• Disorganization.
  • Distractions caused by auditory and visual stimuli.
  • Difficulty managing time.
  • Difficulty engaging in work-related communication.
  • Disorientation, which might affect their ability to find people, materials or services.
  • A need to control the temperature.

JAN provides free accommodation guidance to employers and employees and has dealt with a variety of cubicle-related situations. For example, an employee working in a cubicle in a high-traffic area by the copy machine experienced migraine headaches triggered by the noise level. The employer accommodated the employee by moving her to an area with less traffic and gave her an environmental sound machine to mask office noise.

According to JAN, an employee experiencing migraines was provided with a noise cancelling headset and natural task lighting in lieu of overhead fluorescents.

Another accommodation situation addressed by JAN involved a journalist with attention-deficit/hyperactivity disorder (AD/HD) who experienced sensitivity to visual and auditory distractions. The employee was given an environmental sound machine and a private, high-walled cubicle workspace in a low-traffic area.

Kitchen says employers can accommodate employees in a variety of ways, depending on their needs. Strategic placement of workspaces away from noisy or high-traffic areas can help, for example, as can taller cubicle walls, cubicle doors, sound absorption panels and white-noise machines.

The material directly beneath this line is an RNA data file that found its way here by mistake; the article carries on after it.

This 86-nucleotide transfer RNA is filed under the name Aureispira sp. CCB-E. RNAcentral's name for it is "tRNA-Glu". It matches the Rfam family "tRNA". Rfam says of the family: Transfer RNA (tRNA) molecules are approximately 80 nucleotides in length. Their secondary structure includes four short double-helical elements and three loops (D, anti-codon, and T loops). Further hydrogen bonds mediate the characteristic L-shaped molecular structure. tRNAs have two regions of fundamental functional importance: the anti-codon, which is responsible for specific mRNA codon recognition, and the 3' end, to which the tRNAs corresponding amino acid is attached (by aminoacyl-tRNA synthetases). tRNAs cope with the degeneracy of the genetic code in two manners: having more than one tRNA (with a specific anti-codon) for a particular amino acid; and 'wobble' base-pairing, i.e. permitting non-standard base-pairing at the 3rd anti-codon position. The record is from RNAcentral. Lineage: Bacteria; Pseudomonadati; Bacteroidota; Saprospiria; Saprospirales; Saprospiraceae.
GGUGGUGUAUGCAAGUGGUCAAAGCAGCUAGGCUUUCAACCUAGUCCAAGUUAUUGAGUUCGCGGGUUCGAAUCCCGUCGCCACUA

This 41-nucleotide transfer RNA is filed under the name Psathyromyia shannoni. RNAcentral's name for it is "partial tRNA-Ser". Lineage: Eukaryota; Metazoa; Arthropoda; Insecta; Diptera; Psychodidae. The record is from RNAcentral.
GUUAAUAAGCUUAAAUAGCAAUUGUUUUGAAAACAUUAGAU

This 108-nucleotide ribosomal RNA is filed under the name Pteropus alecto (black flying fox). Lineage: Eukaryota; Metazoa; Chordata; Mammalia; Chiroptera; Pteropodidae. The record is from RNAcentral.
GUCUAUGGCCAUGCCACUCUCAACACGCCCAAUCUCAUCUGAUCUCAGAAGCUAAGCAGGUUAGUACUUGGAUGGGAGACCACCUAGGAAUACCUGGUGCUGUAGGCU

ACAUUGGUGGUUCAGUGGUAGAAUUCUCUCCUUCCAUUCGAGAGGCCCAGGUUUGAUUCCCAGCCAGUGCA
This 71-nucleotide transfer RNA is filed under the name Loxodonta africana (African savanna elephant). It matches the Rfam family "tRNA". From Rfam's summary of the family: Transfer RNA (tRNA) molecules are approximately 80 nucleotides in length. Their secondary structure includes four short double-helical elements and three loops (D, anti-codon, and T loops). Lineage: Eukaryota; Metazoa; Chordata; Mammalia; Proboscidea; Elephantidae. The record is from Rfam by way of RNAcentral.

Avoid Religious Conflict

Cubicles also pose challenges in the realm of religious diversity, experts say. What an employee chooses to display in his or her cubicle is an important consideration when those of assorted beliefs and non-belief work together, according to Michelle Weber, assistant director, religious diversity in the workplace for the Tanenbaum Center for Interreligious Understanding: “It’s a much more visible area because colleagues and clients walking through can see what you have in your workspace.” She says this can raise concerns—and possibly claims—associated with religious expression at work.

“There are also issues for those who need to pray during the workday,” Weber says, depending on whether they have another place to go such as a quiet room or conference room. “It can be really uncomfortable and distressing for the person doing the praying to do so in the middle of the workplace,” she says.

The availability of small private areas that can be accessed by employees as needed can help address some of these needs, while a policy on office décor can address what employees can and cannot display in their work areas.

Acknowledge Generational Work Styles

Cubicle issues don’t end there, however. Each generational group has different expectations for the workplace: what they want from employers, how they prefer to interact, how they want to structure their days and even the kinds of furnishings and amenities they prefer, suggests furniture manufacturer Allsteel Inc. “The arrangement of furniture and workspaces must allow for and support collaboration between the generations," said Kelly Sterk, workplace research manager for Allsteel Inc., in a press release.